Ex-rickshaw driver hopes to raise Musharraf’s flag in K-P Assembly

PESHAWAR: Despite declarations from some politicians that elections in Pakistan are impossible without having pots of money, one provincial assembly candidate on the outskirts of Peshawar has set out to prove them wrong.

A local government official, the 47-year-old Wakeel Khan, is seeking to make a mark in the upcoming general elections for his party, the All Pakistan Muslim League (APML), by competing against a host of rich candidates in the provincial assembly constituency of PK-79 Peshawar XIV.

“I am a poor man,” Wakeel says while sitting in his small store in Musazai village where he sells soft drinks and pulses.

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“I have borrowed Rs100,000 from friends and together with some money of my own. I had 100 small panaflex posters (2×3 feet) made,” he says, adding that he also had some banners, posters and stickers made as well. “I am really a poor man but it was my party’s decision that I contest the elections [from this constituency] and I obliged,” Wakeel says.

This is not Wakeel’s first experience of an election. After having joined the party in 2014, having been a fan of the party’s founder — former dictator General (retired) Pervez Musharraf — for years, he had contested the local government elections in the area in 2015 and was elected as a general councillor.

Dictator’s policies

Asked how a small general store owner became a candidate for a party whose head was unceremoniously dumped out of the elections by the Election Commission of Pakistan (ECP), Wakeel explained that he had long been a fan of Musharraf.

“General Musharraf is a good man and his economic policies were really good for the poor people of this country,” Wakeel remarked while speaking with The Express Tribune.

“I really support him for his better policies.” Asked to explain what those policies were, he pointed to the mass employment schemes that Musharraf introduced.

“I was a rickshaw driver and used to drive a rented rickshaw,” Wakeel disclosed.

“But in 2007, I took the advantage of a self-employment scheme launched by the Musharraf government (Rozgaar scheme) and bought my own rickshaw on easy instalments. The procedure was simple and straightforward – Rs16,000 in advance and Rs3,000 per month instalment and two personal guarantors were required,” he stated. Driving his own three-wheeler, he says he managed to enhance his earnings.


“This will be a small thing for you and many others but for poor people like us, the provision of the rickshaws on easy instalments was nothing short of a gift from God,” he argued. After the former dictator launched his party, the small trader from Musazai village finally managed to join it in 2014.

Modifying strategy

Elections are considered really for the wealthy and Wakeel is aware of this. Of the 13 candidates he faces in the constituency, most are well-off. One of them is an independent candidate Ghulam Haider Khan of Bahadar Kalay who claims to be a direct descendant of Rehman Baba and is a medium-scale landlord.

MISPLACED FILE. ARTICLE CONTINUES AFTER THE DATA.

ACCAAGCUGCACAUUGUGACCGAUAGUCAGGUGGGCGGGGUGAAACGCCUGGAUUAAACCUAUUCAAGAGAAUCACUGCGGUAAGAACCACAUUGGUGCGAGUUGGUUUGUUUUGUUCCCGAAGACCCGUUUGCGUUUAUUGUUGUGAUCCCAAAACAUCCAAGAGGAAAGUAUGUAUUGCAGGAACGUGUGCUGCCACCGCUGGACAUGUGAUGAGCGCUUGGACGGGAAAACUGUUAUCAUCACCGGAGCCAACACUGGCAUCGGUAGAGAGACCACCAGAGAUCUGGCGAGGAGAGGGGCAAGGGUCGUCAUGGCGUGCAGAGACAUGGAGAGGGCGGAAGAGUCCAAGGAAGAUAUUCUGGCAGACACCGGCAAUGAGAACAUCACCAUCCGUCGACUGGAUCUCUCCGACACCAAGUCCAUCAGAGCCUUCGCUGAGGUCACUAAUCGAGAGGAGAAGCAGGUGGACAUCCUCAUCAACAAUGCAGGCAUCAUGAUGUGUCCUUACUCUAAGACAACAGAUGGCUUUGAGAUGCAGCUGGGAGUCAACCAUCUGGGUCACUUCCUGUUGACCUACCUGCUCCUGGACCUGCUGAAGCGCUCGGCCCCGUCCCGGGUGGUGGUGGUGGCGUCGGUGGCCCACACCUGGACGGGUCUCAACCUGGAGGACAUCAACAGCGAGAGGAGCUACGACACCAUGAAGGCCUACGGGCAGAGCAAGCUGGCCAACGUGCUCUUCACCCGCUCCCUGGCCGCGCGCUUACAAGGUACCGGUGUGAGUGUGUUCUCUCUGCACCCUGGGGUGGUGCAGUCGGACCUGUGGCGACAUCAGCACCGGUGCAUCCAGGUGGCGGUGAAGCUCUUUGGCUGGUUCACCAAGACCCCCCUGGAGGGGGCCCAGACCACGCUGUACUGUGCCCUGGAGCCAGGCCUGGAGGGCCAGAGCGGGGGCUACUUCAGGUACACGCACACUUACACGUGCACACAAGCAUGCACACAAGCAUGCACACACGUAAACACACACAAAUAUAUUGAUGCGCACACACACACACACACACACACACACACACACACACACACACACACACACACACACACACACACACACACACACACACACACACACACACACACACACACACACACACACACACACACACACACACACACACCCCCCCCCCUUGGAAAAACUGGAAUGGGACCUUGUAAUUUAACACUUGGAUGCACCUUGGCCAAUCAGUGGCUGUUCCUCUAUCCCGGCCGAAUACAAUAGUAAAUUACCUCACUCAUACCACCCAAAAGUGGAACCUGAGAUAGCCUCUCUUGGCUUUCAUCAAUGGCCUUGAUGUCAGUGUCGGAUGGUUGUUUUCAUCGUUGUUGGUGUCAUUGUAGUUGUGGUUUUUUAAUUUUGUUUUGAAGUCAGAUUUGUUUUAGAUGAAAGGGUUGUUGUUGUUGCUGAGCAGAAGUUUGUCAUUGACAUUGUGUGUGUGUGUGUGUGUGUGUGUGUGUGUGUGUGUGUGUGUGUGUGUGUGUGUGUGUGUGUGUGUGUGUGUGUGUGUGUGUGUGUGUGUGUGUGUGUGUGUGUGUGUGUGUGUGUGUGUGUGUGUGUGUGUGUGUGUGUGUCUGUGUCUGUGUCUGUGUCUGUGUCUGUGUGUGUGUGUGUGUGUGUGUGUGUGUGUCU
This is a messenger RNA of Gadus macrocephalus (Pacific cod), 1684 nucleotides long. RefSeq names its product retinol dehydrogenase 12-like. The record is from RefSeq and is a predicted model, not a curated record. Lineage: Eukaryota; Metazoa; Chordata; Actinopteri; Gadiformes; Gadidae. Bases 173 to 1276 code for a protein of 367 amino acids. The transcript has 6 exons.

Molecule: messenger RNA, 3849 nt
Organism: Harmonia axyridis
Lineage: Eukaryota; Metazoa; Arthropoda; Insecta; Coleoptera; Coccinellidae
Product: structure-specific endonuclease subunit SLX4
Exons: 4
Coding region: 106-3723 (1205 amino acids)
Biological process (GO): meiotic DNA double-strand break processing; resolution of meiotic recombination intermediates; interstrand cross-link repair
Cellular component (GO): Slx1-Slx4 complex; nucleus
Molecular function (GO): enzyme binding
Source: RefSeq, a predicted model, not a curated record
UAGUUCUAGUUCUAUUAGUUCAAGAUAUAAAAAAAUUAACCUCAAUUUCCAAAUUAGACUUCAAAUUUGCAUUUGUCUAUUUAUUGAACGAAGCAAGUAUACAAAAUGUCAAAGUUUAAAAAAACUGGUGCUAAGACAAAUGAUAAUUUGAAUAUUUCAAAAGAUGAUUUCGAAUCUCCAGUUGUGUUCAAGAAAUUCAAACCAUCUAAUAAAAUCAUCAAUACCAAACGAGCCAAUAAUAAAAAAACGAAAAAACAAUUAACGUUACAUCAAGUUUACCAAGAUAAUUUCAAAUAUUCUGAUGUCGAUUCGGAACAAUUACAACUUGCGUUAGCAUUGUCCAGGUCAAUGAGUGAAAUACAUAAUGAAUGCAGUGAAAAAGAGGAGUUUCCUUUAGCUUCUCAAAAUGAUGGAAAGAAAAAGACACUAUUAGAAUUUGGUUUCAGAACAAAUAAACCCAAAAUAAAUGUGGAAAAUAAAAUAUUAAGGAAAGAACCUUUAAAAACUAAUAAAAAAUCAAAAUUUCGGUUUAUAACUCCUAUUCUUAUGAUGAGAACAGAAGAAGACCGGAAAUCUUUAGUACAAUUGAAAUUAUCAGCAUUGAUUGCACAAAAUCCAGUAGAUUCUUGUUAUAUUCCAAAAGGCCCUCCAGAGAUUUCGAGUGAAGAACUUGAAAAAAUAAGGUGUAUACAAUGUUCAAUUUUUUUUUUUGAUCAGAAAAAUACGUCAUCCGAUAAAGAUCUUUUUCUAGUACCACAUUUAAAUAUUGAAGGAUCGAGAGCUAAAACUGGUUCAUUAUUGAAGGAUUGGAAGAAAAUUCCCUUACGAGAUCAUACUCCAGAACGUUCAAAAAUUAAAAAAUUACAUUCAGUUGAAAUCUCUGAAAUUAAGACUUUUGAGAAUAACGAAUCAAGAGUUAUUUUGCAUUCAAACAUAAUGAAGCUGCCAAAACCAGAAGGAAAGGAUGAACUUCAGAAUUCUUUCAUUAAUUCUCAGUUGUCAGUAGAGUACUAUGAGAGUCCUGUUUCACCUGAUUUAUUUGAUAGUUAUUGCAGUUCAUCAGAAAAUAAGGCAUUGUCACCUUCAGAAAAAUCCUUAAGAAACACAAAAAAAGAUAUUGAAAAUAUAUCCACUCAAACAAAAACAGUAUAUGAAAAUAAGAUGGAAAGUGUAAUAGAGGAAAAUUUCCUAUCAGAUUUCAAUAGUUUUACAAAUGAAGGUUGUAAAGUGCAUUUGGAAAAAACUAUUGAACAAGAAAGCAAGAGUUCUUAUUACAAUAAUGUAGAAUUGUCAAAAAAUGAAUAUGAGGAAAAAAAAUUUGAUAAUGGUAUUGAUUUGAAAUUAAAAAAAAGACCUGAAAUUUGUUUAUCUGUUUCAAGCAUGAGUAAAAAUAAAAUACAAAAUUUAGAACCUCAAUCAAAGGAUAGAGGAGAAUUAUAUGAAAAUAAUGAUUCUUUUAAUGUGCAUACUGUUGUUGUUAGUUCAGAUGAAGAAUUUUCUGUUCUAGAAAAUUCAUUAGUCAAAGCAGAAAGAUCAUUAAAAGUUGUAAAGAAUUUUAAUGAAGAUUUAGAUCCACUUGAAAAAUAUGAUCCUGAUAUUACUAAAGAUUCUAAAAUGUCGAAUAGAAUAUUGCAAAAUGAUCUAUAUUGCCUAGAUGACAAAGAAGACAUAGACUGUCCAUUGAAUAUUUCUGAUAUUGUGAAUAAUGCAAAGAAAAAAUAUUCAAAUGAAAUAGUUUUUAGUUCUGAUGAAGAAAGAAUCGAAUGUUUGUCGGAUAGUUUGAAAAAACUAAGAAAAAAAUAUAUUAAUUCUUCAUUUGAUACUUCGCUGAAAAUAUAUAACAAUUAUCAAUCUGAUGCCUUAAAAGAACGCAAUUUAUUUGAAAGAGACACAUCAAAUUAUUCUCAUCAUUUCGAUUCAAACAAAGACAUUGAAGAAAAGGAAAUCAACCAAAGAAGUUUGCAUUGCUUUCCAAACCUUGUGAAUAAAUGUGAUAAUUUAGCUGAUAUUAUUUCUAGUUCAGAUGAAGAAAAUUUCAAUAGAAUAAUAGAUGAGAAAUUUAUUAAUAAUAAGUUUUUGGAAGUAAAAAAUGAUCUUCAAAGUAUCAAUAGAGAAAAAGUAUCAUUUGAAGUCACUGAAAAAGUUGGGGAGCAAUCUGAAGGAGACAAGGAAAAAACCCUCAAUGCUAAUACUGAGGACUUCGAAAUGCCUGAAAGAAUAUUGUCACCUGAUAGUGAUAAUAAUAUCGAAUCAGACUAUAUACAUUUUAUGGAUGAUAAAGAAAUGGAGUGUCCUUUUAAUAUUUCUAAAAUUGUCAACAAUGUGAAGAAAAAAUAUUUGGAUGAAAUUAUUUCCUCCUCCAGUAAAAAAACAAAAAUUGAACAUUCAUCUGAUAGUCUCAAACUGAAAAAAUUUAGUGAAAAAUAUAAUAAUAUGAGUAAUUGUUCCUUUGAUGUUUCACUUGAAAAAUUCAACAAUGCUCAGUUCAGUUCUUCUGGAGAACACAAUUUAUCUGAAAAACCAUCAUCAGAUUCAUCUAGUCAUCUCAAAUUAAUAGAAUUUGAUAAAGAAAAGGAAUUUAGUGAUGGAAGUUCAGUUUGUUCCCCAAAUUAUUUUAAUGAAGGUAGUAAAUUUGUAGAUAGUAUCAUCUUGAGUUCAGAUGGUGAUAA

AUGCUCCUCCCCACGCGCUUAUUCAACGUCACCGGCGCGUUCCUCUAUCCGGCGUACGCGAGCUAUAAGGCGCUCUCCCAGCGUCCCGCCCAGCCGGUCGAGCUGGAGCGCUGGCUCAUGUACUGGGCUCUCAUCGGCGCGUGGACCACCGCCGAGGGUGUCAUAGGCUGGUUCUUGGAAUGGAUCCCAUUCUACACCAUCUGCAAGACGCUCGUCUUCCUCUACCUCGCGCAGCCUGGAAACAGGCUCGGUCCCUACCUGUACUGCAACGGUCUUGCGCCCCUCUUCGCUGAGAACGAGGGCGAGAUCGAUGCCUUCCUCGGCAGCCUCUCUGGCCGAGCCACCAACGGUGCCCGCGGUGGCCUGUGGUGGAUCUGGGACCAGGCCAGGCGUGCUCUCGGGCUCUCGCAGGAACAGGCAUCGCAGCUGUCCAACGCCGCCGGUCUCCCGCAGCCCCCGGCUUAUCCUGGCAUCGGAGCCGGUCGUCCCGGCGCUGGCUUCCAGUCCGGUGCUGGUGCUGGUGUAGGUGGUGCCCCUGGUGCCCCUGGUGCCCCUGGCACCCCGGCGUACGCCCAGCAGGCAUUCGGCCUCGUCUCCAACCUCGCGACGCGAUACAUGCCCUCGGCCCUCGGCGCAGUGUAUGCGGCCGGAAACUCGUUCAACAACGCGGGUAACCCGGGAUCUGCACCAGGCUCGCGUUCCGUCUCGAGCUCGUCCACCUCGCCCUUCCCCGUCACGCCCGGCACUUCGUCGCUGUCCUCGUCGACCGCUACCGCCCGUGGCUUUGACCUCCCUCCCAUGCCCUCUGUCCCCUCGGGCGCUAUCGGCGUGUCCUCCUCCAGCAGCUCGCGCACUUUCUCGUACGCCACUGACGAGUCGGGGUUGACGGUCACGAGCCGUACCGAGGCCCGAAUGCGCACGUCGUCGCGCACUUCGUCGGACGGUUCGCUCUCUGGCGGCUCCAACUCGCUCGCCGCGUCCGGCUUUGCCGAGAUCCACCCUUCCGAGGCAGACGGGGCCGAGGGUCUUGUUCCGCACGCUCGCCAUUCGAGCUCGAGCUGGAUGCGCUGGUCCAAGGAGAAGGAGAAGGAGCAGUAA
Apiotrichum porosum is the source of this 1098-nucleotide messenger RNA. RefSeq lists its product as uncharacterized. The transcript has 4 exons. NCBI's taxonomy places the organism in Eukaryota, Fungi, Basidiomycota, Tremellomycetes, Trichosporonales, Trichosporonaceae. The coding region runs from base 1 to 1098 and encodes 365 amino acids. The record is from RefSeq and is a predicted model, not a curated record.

The Pakistan Tehreek-e-Insaf (PTI) has fielded its former provincial assembly lawmaker and a rich man Fazale Ihali from the constituency.

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The Muttahida Majlis-e-Amal (MMA) candidate Malik Noshad from Achar Kalay is also considered to be a well-off man. Omar Khitab of the Pakistan Peoples Party (PPP) and Abdul Jabbar of the Awami National Party (ANP) are all relatively rich compared to the hand-to-mouth Wakeel Khan.

However, Wakeel has devised a strategy to counter the big-money advantage of his peers — after all, this is how he managed to win a seat of a general councillor from the area in the first place.

“In corner meetings, you have to pay for the chairs and refreshments. The same is the case with large rallies. But I do not have that kind of money so I have hardly held any corner meetings or rallies,” Wakeel explains.

Instead, he has hinged his strategy on something that endured him in his earlier years: going door-to-door and asking people to vote for him.

“Let’s not let the lack of money bring us down,” Wakeel stated, adding, “I am confident of winning since a good portion of my village supports me.”

Asked about his election agenda, Wakeel explained that it was simple and rooted in the needs of the people like him: work for the welfare of the poor by bringing basic necessities of life to them.  “Look at my street. After a small shower, you cannot visit this place. Our people are longing for these basics of life for so long but in vain,” he complained.


Published in The Express Tribune, July 9th, 2018.

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    Original news : https://tribune.com.pk/story/1753082/1-ex-rickshaw-driver-hopes-raise-musharrafs-flag-k-p-assembly/